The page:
Grizzly returns: Trio of grizzly bears returns to Nelson following removal
And the bears came back, the very next day, as the saying goes.
Removal of an adult female grizzly bear and her two yearling cubs from the urban confines of Nelson last week did not take. On Friday, provincial officials — including Ministry of Environment (MOE) conservation officers and Ministry of Forests (MOF) wildlife biologists — were “actively monitoring a grizzly bear sow and two yearling cubs in Nelson.”
Although the bears have returned for the second time, MOE has noted the animals have not exhibited any aggressive or conflict behaviour.
“We recognize bear activity in communities can cause concern for area residents. Conservation officers will respond as necessary to ensure public safety,” an MOE spokesperson said Saturday morning.
The bears were earlier relocated to a wilderness area outside of the community last week — as they were the week before in the Uphill neighbourhood near Mountain Station — but have since returned. The adult female is now radio collared which allows her movements to be tracked.
“We ask the public to give them space in the hope they move on from the area,” the MOE said.
To help ensure these bears do not linger, the MOE is asking people to ensure food attractants are securely stored.
“People can help us by inspecting their yards and properties and ensuring any attractants, such as garbage, pet food, composts, or birdseed, are properly secured,” the MOE noted.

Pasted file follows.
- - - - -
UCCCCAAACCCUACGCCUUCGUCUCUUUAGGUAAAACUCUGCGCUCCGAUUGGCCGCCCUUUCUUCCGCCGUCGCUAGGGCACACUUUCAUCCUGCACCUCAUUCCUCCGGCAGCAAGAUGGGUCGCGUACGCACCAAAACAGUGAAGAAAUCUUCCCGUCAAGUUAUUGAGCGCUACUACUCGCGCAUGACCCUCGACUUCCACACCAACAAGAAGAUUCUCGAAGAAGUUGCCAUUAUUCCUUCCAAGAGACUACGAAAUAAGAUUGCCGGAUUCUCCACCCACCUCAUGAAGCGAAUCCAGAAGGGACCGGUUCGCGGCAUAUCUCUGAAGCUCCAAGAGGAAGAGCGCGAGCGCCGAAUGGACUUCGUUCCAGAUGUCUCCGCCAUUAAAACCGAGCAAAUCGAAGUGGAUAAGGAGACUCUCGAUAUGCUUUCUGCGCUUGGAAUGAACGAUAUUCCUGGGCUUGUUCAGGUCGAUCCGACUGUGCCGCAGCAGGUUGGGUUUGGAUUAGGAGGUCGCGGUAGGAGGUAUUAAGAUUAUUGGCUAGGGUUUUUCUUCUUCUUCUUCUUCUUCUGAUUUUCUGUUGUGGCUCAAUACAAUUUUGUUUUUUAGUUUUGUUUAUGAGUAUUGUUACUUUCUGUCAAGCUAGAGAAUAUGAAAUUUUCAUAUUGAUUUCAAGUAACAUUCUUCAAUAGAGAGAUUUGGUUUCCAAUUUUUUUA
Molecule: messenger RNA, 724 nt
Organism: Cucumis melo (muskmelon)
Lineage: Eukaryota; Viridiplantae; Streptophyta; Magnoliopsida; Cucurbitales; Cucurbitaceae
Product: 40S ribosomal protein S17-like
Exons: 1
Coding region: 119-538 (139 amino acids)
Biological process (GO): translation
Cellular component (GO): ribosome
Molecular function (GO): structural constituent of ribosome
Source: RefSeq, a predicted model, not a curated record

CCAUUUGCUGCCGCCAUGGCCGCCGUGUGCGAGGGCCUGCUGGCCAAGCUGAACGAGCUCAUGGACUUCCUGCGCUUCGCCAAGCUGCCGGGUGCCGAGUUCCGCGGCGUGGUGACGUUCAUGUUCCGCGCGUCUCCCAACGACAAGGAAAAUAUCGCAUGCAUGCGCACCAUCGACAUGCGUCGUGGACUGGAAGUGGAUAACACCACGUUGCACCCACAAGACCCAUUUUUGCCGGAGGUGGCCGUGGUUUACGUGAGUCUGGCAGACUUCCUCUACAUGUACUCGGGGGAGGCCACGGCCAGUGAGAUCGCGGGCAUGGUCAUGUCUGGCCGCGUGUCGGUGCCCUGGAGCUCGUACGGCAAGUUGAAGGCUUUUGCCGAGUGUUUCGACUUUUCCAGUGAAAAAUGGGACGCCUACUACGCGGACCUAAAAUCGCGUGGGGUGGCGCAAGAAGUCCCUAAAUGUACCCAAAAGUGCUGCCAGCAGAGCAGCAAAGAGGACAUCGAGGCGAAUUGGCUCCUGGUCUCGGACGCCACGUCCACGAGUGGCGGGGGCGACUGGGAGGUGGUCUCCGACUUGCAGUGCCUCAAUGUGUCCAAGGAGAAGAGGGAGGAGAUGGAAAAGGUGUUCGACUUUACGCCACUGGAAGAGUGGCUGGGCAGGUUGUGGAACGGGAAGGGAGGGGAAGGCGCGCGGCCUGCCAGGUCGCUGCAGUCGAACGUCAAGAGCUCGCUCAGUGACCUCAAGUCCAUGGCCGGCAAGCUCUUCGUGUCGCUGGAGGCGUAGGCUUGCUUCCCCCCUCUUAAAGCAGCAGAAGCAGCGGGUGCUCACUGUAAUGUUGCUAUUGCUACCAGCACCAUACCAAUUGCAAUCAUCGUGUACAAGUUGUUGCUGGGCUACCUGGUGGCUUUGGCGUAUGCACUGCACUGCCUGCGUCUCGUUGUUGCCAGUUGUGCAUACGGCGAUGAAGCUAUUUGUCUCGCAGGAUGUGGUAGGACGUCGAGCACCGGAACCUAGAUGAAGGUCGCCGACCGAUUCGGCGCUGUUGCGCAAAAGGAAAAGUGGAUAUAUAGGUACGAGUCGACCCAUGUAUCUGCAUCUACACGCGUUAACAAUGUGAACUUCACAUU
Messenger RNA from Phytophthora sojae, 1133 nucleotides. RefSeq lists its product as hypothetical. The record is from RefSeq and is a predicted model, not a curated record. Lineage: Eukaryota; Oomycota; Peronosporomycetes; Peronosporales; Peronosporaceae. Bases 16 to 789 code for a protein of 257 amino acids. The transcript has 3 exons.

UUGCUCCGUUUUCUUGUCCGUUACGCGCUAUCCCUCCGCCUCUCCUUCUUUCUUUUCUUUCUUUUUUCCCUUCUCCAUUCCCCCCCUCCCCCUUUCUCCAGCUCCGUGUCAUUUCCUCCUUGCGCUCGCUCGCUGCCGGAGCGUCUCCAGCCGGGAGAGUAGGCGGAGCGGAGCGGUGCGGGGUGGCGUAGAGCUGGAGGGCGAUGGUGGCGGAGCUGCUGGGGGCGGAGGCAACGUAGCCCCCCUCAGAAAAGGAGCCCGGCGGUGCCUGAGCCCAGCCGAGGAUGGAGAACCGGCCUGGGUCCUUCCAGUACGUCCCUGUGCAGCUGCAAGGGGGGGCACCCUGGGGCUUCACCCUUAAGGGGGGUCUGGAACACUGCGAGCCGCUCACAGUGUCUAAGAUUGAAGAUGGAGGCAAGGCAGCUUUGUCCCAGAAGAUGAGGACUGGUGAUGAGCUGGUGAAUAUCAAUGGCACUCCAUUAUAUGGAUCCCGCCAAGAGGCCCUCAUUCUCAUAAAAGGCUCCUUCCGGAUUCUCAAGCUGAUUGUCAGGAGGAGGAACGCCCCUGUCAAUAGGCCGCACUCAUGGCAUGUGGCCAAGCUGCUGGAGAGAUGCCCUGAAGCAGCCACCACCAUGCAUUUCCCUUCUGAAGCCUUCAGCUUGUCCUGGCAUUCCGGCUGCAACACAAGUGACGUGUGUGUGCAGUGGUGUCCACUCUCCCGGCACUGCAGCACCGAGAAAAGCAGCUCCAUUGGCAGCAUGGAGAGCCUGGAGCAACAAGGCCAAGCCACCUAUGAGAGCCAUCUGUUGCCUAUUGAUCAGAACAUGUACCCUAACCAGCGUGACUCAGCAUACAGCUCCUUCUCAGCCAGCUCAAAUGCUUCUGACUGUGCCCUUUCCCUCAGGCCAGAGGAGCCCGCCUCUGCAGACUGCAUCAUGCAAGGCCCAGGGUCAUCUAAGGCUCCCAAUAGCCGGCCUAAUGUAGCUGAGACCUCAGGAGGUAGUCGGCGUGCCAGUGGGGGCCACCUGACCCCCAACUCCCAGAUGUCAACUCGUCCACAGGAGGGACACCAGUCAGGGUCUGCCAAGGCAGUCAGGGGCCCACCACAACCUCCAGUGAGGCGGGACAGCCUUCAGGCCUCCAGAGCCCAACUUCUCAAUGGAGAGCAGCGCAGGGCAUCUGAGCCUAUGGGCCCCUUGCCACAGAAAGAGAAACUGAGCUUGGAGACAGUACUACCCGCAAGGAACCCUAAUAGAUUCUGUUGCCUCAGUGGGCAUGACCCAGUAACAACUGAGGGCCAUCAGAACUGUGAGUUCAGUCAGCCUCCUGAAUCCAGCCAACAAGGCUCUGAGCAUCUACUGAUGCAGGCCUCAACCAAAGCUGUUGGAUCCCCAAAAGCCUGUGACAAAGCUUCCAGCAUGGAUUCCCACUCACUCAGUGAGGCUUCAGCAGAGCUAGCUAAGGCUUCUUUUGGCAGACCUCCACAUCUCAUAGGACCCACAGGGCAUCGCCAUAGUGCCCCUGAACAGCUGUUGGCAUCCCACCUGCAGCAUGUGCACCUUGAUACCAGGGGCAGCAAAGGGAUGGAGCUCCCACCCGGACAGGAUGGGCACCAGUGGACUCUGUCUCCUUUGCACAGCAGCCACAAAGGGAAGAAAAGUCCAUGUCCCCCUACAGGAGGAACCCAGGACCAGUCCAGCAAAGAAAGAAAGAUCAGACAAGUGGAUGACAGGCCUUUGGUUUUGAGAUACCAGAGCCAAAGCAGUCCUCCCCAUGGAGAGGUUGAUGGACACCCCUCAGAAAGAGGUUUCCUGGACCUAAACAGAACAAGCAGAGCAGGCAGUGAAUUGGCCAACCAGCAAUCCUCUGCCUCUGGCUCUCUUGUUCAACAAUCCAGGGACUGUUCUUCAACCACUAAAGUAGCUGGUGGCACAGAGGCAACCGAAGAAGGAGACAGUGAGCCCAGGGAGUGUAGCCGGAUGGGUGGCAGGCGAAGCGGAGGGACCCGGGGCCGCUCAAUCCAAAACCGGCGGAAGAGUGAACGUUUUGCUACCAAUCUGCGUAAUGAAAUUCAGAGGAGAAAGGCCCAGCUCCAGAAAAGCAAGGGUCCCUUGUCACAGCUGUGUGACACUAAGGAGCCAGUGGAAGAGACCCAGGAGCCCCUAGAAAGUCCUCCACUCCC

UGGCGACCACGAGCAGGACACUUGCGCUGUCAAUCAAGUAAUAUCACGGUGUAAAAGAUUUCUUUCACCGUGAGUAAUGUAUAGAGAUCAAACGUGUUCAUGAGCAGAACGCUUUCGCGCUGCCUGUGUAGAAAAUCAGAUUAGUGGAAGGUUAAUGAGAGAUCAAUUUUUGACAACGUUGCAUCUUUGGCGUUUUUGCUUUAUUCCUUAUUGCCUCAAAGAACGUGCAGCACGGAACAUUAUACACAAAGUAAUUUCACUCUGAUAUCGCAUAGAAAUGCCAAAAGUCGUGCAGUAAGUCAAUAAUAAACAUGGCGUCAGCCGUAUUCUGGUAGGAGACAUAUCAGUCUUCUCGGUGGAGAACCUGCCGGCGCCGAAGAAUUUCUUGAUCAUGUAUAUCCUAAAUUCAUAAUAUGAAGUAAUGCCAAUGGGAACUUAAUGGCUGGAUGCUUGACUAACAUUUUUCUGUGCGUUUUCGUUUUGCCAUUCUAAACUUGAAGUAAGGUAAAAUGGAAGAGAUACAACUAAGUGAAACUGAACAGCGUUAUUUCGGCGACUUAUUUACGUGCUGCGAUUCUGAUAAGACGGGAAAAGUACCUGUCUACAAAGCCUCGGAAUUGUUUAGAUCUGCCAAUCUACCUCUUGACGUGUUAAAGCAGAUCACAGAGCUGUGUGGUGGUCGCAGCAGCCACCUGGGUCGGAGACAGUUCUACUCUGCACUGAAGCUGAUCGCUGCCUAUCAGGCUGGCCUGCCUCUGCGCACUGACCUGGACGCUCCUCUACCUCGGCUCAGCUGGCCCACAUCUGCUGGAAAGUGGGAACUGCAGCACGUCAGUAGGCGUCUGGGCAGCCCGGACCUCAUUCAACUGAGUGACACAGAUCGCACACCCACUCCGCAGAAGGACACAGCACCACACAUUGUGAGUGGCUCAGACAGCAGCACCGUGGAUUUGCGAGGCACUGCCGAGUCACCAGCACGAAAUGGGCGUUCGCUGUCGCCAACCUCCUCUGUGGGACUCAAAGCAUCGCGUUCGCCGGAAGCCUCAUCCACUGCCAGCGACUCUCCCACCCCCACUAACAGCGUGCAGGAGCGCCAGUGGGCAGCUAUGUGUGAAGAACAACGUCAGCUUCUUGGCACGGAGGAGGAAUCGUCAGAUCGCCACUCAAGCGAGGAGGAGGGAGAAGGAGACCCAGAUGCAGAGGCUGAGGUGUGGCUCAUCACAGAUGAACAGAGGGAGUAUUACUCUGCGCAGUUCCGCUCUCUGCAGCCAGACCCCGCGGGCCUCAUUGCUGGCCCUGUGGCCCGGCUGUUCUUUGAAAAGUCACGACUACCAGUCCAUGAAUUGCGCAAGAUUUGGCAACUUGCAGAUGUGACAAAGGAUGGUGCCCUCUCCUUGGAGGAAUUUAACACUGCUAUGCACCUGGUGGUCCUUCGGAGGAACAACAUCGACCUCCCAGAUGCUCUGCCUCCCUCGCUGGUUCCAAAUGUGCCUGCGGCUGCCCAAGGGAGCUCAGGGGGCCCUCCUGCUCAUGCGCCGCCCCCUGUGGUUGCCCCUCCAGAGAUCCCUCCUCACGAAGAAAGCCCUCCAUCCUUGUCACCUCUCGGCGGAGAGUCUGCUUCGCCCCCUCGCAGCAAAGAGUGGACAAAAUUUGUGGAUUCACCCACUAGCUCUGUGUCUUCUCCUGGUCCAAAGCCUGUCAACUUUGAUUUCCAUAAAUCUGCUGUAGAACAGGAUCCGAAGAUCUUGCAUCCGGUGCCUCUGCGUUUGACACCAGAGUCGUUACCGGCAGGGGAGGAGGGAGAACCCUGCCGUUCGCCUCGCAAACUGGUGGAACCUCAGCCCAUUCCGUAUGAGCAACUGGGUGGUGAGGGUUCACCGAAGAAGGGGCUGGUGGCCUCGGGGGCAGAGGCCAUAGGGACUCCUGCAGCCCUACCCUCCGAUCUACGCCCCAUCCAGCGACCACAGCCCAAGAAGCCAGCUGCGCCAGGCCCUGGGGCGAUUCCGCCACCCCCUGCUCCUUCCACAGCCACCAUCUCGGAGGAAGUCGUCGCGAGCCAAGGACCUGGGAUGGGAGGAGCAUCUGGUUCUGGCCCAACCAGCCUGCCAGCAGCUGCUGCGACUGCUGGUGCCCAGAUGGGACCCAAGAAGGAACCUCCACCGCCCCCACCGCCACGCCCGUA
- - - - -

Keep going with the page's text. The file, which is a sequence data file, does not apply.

People can keep barbecues clean and make sure fruit is removed from trees and the ground.
“Fruit appears to be the main attractant in this case, and we ask local residents to put extra effort into removing fruit from trees or the ground,” the MOE release said.
Back in black
Nelson residents are advised that the Nelson to Salmo Great Northern Trail will be closed from Troupe to the Highway 6 crossing — including the rails to trails south of Nelson — North of Cottonwood, due to grizzly bears returning to the area.
Local governments, including the Regional District of Central Kootenay and City of Nelson, have posted on social media that the mama grizzly and her two yearlings, who were recently relocated out of the community, have returned. The City of Nelson said the rail trails and surrounding trails are now closed to all users.
The City of Nelson social media said that for those that still have fruit/nuts on their trees — or store your garbage outside unsecured — to pick fruit/nuts and bring garbage inside. As well, upper Uphill residents should leash dogs when out with them — especially late afternoons and night.
All officials and local governments are aware, and are asking the community to report any sightings of these bears to the RAPP hotline (1-877-952-7277) or online at https://forms.gov.bc.ca/environment/rapp/.
Last year was a very active year for wildlife and human conflict in Nelson, with bear activity the highest it has been in six years, the WildSafeBC coordinator for the Heritage city said. Rosie Wijenberg said the elements and human habituation drove the increase in Nelson.
“Which we think it was due to the kind of summer we had: there were floods; there was fire; there was also drought; and this led to bear activity to kind of spike locally,” she said in making her annual report to city council.
Drought and smoke combined to contribute to a poor berry crop in the backcountry, so when fall came around the number of bear conflicts spiked, she added.
Wijenberg noted that cougar activity was kind of low, which wasn’t apparent since there were a couple of high profile cases around Pulpit Rock. However, grizzly bear conflicts were slightly higher with a couple of incidents at Kokanee Creek Park that were “worrisome,” she noted
“So, generally, overall it was a higher wildlife activity year for conflict,” Wijenberg said.
Source: The Nelson Daily, March, 2022
Editor’s Note: This story was updated with the clarification the Grizzly Bears returned for a second time, and not three that was originally stated in the story.